Copyright Dr. Elizabeth Garner All rights Reserved
“Jewish Doctors According to Three Major Medieval Arabic Literary Sources”
Scholarship on Jewish doctors of the medieval Islamic period often attempts to reconstruct the lives of these physicians by mining medieval Arabic biographies for historical information. However, this method overlooks the fact that these biographical compilations are literary works that were constructed by the elite, Muslims authors to fit certain literary and occupational troupes. By examining the biographical entires of Jewish doctors in three medieval Arabic-langauge compilations by Sa’id al-Andalusi (d. 1070 C.E.), Ibn al-Qifti (d. 1248 C.E.), and Ibn Abi Usaybi’a (d. 1270), the manner in which Muslim compiler’s personal connection to the medical profession affected the shaping of his biographical entries clear. At the same time, the biases of the Muslim compilers tell us a great deal about their interactions with Jewish doctors, the context of the hospital and the ruling court, and the intricate physician networks through which Muslims and Jews taught each other.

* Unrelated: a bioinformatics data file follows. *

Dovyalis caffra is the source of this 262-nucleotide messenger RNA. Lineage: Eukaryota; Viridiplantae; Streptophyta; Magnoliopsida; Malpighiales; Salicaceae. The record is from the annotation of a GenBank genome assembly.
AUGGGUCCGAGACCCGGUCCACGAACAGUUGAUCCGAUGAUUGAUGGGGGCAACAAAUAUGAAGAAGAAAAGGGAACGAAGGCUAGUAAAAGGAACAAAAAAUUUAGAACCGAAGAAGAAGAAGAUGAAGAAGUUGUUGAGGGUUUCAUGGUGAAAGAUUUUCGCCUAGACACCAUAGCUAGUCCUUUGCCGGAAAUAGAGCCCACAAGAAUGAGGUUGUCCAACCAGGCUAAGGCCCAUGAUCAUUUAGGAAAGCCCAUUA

Raha Rafi is a current doctoral student within the Department of Near Eastern Languages & Civilizations at the University of Pennsylvania.